Still, at least we’re not completely clueless. What’s sometimes called the arrow of time, or the fact that time only seems to move forward, is explainable. The theory of entropy is key, showing how all matter marches in one direction, away from order and toward chaos. Broadly speaking, this is why things are able to change at all, and why existence isn’t just a static, stagnant snapshot of essential nothingness. But, while that’s all well and good, there’s still nothing that researchers can see (or find) to satisfactorily explain how time is able to exist, period. Where does it come from? Ultimately, there isn’t really any evidence that points to it existing, despite it just seeming like an obvious function of the world. And that’s why many physicists seriously question whether time may not even be a real phenomenon. There is no real world equivalent that verifies it. So, if it can just “be there”... then it can also not “be there”, just as easily.

But, finally, might the nature of time also be tied up with the search for that other, all-encompassing dream of modern science; a theory of everything. Most of the forces of the universe can be tied together into a would-be theory, already. These forces include the weak and strong nuclear force and electromagnetism, but time itself never really features. Of course, gravity is famously the other force absent from all TOE proposals so far, but scientists know they need it in order for a true theory of everything to work. To craft such a thing, two other major theories have to be connected - general relativity and quantum mechanics. The worlds of the big and very small. What researchers are looking for, then, is a theory of quantum gravity.

Foremost among the proposals so far is the Loop Quantum Gravity Theory, which holds that our universe is actually formed out of tiny loops of spacetime. Something strange about loop quantum gravity, though, is that time itself doesn’t really feature. And, in fact, this is increasingly not that unusual. It’s often the case that “theory of everything” candidates don’t make any mention of time as a factor. Of course, it’s still possible that time does exist, it’s just that ideas on quantum gravity and all other physics don’t yet allow for it… and therefore those ideas will, again, never produce a theory of everything. But, on the other side of the coin, and with the entire world’s scientific knowledge (and history of) behind us… could it more simply be that time really isn’t there. The theoretical physicist, Carlo Rovelli, has written a book discussing the possibility, called “The Order of Time”. Within it he further argues that time is a creation, that it isn’t “fundamental”, and that the “arrow of time” is really only entropy doing its thing.

What’s your verdict on this mind-bending possibility? Have you really been watching this video for a few minutes now? Has time actually passed since that time in your past when you first pressed play? Or is all of that just a made up construct? An illusion to fool us all?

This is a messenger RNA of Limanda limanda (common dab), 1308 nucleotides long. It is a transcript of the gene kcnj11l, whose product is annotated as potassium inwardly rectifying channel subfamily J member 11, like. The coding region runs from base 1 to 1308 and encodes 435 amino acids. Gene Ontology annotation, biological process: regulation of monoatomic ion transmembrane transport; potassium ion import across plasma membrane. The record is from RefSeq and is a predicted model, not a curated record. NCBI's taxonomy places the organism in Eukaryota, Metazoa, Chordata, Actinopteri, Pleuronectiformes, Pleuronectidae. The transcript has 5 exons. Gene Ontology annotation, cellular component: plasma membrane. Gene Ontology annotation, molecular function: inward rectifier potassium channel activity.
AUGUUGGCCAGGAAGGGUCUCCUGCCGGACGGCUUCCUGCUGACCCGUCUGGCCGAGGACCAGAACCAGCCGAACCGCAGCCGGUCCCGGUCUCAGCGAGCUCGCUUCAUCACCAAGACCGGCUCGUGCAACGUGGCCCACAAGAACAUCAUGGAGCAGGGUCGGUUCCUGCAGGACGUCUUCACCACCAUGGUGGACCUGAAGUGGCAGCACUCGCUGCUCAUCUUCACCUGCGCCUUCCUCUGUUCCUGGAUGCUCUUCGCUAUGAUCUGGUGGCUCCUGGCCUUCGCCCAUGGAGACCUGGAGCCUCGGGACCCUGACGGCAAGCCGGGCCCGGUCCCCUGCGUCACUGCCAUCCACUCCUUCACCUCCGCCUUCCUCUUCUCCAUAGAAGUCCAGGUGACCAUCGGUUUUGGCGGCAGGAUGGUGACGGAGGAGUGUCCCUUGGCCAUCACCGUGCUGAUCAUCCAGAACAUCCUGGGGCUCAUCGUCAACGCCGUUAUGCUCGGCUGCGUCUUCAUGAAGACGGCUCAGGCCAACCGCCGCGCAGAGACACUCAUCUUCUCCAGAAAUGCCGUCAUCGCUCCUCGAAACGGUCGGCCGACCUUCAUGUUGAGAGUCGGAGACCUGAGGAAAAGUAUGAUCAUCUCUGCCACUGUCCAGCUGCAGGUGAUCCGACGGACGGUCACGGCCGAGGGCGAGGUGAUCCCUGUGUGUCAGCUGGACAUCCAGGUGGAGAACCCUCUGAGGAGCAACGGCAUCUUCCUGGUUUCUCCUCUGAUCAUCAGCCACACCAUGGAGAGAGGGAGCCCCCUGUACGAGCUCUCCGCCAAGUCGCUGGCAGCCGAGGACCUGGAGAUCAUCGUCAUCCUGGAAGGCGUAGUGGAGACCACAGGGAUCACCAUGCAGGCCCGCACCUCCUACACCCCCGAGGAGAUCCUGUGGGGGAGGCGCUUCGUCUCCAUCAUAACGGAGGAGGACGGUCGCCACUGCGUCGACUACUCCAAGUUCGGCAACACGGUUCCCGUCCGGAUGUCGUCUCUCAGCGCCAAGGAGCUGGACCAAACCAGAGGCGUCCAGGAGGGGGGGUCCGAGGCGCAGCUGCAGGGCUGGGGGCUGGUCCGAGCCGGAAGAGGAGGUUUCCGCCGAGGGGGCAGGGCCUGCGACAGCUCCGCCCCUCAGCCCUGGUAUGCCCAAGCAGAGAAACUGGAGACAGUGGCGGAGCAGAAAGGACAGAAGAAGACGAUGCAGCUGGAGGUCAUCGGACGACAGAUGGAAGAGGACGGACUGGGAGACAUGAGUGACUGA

Time is certainly hard for us to see as real because, despite it being something that’s measurable, it could also be something that’s just a product of our brains. Einstein’s theory of relativity does dwell a lot on time. For one, it paints a picture of the universe known as a block universe, sometimes referred to as eternalism, which is a four dimensional structure where time basically acts like space does. It’s everywhere all at once, and there’s no separation.

The theoretical physicist Max Tegmark has previously said that if the universe really is how Einstein describes it, if it really does function in that way, then it’s also change that’s nothing more than an illusion… because concepts like the past, present, and future have no distinguishing features. They all exist at the exact same time, rather than at separate times. And following this, some theorize that causation might be the more crucial aspect of the universe, and not time as we tend to understand it. That the passing of “events” is what best explains how reality functions. As humans are unable to perceive all aspects of such a universe at once, we perhaps build the idea of time to try and make some kind of sense of it. The idea then is that if we could view the universe as it really is… time really wouldn’t be a part of it.

If your head’s spinning, then you’re not alone. The question of time remains unanswered even at the top tables of scientific thought. But with no “particles” of time to fall back on, with nothing else in our physical reality to confirm how it emerged, and with the knowledge that time (if it is there) is malleable (and not constant) depending on other factors like speed and gravity… the idea that it could all be an illusion (or a creation) is continually gathering pace. And that’s the real reason that time doesn’t exist.